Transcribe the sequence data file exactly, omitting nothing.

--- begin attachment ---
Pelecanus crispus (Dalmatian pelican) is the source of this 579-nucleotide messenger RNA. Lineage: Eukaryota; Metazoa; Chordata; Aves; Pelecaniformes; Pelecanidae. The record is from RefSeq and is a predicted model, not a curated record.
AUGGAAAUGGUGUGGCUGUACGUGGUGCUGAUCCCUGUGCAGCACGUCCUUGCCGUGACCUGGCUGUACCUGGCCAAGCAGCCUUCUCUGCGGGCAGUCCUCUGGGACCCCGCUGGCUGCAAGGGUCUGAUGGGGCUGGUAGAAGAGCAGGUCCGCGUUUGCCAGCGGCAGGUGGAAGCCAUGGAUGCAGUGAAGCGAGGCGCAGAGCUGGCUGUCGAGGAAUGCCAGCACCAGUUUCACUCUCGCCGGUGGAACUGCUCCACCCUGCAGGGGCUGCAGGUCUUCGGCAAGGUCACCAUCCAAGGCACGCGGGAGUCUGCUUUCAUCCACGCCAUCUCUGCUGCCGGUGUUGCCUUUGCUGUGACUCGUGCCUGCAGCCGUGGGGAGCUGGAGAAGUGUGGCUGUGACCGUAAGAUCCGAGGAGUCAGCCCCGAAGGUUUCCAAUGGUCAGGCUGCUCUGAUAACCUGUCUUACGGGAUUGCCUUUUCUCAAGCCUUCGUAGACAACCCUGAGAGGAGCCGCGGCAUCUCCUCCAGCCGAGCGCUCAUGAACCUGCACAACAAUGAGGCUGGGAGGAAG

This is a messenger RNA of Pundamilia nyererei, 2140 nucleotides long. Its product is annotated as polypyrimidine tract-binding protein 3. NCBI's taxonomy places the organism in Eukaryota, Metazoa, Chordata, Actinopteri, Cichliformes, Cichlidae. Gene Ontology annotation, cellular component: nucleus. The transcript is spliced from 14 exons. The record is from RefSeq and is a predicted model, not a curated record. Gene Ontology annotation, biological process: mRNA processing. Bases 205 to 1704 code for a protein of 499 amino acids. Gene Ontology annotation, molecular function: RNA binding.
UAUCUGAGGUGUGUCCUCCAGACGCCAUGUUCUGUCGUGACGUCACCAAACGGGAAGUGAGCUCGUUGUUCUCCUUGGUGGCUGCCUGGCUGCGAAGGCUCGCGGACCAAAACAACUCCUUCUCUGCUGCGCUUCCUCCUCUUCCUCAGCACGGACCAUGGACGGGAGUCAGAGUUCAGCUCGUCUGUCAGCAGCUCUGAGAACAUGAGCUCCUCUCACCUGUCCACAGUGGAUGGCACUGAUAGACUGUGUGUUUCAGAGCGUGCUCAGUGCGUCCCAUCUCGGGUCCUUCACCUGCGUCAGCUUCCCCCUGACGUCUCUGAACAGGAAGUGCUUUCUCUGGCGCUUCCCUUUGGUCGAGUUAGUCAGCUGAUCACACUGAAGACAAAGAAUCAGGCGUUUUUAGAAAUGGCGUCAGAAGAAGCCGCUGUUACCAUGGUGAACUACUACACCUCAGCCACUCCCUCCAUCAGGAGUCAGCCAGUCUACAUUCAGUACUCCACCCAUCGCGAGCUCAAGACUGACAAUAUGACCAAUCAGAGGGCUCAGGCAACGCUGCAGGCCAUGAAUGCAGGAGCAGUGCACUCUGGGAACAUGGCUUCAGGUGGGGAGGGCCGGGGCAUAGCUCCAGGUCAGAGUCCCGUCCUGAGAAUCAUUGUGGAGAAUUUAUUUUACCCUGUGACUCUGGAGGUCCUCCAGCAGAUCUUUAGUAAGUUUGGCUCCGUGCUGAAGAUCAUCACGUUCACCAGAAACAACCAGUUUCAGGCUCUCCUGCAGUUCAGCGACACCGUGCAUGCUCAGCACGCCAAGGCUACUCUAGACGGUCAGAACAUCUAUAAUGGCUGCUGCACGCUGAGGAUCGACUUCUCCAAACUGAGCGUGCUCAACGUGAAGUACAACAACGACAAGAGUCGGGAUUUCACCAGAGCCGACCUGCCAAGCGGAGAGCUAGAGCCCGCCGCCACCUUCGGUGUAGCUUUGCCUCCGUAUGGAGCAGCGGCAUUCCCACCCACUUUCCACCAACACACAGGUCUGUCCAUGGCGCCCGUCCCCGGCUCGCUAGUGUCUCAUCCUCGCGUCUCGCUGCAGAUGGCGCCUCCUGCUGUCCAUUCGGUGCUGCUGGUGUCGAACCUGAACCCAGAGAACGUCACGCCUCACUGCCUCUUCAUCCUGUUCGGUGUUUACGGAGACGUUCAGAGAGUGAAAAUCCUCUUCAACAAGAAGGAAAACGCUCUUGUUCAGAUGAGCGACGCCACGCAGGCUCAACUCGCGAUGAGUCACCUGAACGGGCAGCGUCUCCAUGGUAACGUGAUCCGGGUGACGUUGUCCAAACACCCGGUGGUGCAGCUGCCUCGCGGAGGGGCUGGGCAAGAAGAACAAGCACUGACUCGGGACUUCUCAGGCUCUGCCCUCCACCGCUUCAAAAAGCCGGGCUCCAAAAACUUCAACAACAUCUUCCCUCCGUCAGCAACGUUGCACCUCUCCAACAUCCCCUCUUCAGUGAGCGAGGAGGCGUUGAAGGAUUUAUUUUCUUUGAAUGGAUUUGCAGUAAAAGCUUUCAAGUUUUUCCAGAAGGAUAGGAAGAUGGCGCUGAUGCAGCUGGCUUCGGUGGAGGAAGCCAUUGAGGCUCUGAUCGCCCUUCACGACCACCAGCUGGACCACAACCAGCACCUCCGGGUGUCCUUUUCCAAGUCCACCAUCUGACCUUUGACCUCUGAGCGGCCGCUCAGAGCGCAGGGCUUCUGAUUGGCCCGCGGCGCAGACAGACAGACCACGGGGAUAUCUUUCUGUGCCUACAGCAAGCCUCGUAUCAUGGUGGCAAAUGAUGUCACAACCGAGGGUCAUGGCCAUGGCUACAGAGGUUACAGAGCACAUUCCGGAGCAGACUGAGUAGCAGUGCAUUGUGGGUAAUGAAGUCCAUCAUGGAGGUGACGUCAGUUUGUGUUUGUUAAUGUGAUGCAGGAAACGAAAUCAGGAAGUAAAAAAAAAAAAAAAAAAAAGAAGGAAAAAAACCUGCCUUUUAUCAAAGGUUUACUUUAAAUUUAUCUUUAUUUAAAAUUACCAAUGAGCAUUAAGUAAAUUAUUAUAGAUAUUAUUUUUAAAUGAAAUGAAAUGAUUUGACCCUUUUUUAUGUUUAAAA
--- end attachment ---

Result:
Pelecanus crispus (Dalmatian pelican) is the source of this 579-nucleotide messenger RNA. Lineage: Eukaryota; Metazoa; Chordata; Aves; Pelecaniformes; Pelecanidae. The record is from RefSeq and is a predicted model, not a curated record.
AUGGAAAUGGUGUGGCUGUACGUGGUGCUGAUCCCUGUGCAGCACGUCCUUGCCGUGACCUGGCUGUACCUGGCCAAGCAGCCUUCUCUGCGGGCAGUCCUCUGGGACCCCGCUGGCUGCAAGGGUCUGAUGGGGCUGGUAGAAGAGCAGGUCCGCGUUUGCCAGCGGCAGGUGGAAGCCAUGGAUGCAGUGAAGCGAGGCGCAGAGCUGGCUGUCGAGGAAUGCCAGCACCAGUUUCACUCUCGCCGGUGGAACUGCUCCACCCUGCAGGGGCUGCAGGUCUUCGGCAAGGUCACCAUCCAAGGCACGCGGGAGUCUGCUUUCAUCCACGCCAUCUCUGCUGCCGGUGUUGCCUUUGCUGUGACUCGUGCCUGCAGCCGUGGGGAGCUGGAGAAGUGUGGCUGUGACCGUAAGAUCCGAGGAGUCAGCCCCGAAGGUUUCCAAUGGUCAGGCUGCUCUGAUAACCUGUCUUACGGGAUUGCCUUUUCUCAAGCCUUCGUAGACAACCCUGAGAGGAGCCGCGGCAUCUCCUCCAGCCGAGCGCUCAUGAACCUGCACAACAAUGAGGCUGGGAGGAAG

This is a messenger RNA of Pundamilia nyererei, 2140 nucleotides long. Its product is annotated as polypyrimidine tract-binding protein 3. NCBI's taxonomy places the organism in Eukaryota, Metazoa, Chordata, Actinopteri, Cichliformes, Cichlidae. Gene Ontology annotation, cellular component: nucleus. The transcript is spliced from 14 exons. The record is from RefSeq and is a predicted model, not a curated record. Gene Ontology annotation, biological process: mRNA processing. Bases 205 to 1704 code for a protein of 499 amino acids. Gene Ontology annotation, molecular function: RNA binding.
UAUCUGAGGUGUGUCCUCCAGACGCCAUGUUCUGUCGUGACGUCACCAAACGGGAAGUGAGCUCGUUGUUCUCCUUGGUGGCUGCCUGGCUGCGAAGGCUCGCGGACCAAAACAACUCCUUCUCUGCUGCGCUUCCUCCUCUUCCUCAGCACGGACCAUGGACGGGAGUCAGAGUUCAGCUCGUCUGUCAGCAGCUCUGAGAACAUGAGCUCCUCUCACCUGUCCACAGUGGAUGGCACUGAUAGACUGUGUGUUUCAGAGCGUGCUCAGUGCGUCCCAUCUCGGGUCCUUCACCUGCGUCAGCUUCCCCCUGACGUCUCUGAACAGGAAGUGCUUUCUCUGGCGCUUCCCUUUGGUCGAGUUAGUCAGCUGAUCACACUGAAGACAAAGAAUCAGGCGUUUUUAGAAAUGGCGUCAGAAGAAGCCGCUGUUACCAUGGUGAACUACUACACCUCAGCCACUCCCUCCAUCAGGAGUCAGCCAGUCUACAUUCAGUACUCCACCCAUCGCGAGCUCAAGACUGACAAUAUGACCAAUCAGAGGGCUCAGGCAACGCUGCAGGCCAUGAAUGCAGGAGCAGUGCACUCUGGGAACAUGGCUUCAGGUGGGGAGGGCCGGGGCAUAGCUCCAGGUCAGAGUCCCGUCCUGAGAAUCAUUGUGGAGAAUUUAUUUUACCCUGUGACUCUGGAGGUCCUCCAGCAGAUCUUUAGUAAGUUUGGCUCCGUGCUGAAGAUCAUCACGUUCACCAGAAACAACCAGUUUCAGGCUCUCCUGCAGUUCAGCGACACCGUGCAUGCUCAGCACGCCAAGGCUACUCUAGACGGUCAGAACAUCUAUAAUGGCUGCUGCACGCUGAGGAUCGACUUCUCCAAACUGAGCGUGCUCAACGUGAAGUACAACAACGACAAGAGUCGGGAUUUCACCAGAGCCGACCUGCCAAGCGGAGAGCUAGAGCCCGCCGCCACCUUCGGUGUAGCUUUGCCUCCGUAUGGAGCAGCGGCAUUCCCACCCACUUUCCACCAACACACAGGUCUGUCCAUGGCGCCCGUCCCCGGCUCGCUAGUGUCUCAUCCUCGCGUCUCGCUGCAGAUGGCGCCUCCUGCUGUCCAUUCGGUGCUGCUGGUGUCGAACCUGAACCCAGAGAACGUCACGCCUCACUGCCUCUUCAUCCUGUUCGGUGUUUACGGAGACGUUCAGAGAGUGAAAAUCCUCUUCAACAAGAAGGAAAACGCUCUUGUUCAGAUGAGCGACGCCACGCAGGCUCAACUCGCGAUGAGUCACCUGAACGGGCAGCGUCUCCAUGGUAACGUGAUCCGGGUGACGUUGUCCAAACACCCGGUGGUGCAGCUGCCUCGCGGAGGGGCUGGGCAAGAAGAACAAGCACUGACUCGGGACUUCUCAGGCUCUGCCCUCCACCGCUUCAAAAAGCCGGGCUCCAAAAACUUCAACAACAUCUUCCCUCCGUCAGCAACGUUGCACCUCUCCAACAUCCCCUCUUCAGUGAGCGAGGAGGCGUUGAAGGAUUUAUUUUCUUUGAAUGGAUUUGCAGUAAAAGCUUUCAAGUUUUUCCAGAAGGAUAGGAAGAUGGCGCUGAUGCAGCUGGCUUCGGUGGAGGAAGCCAUUGAGGCUCUGAUCGCCCUUCACGACCACCAGCUGGACCACAACCAGCACCUCCGGGUGUCCUUUUCCAAGUCCACCAUCUGACCUUUGACCUCUGAGCGGCCGCUCAGAGCGCAGGGCUUCUGAUUGGCCCGCGGCGCAGACAGACAGACCACGGGGAUAUCUUUCUGUGCCUACAGCAAGCCUCGUAUCAUGGUGGCAAAUGAUGUCACAACCGAGGGUCAUGGCCAUGGCUACAGAGGUUACAGAGCACAUUCCGGAGCAGACUGAGUAGCAGUGCAUUGUGGGUAAUGAAGUCCAUCAUGGAGGUGACGUCAGUUUGUGUUUGUUAAUGUGAUGCAGGAAACGAAAUCAGGAAGUAAAAAAAAAAAAAAAAAAAAGAAGGAAAAAAACCUGCCUUUUAUCAAAGGUUUACUUUAAAUUUAUCUUUAUUUAAAAUUACCAAUGAGCAUUAAGUAAAUUAUUAUAGAUAUUAUUUUUAAAUGAAAUGAAAUGAUUUGACCCUUUUUUAUGUUUAAAA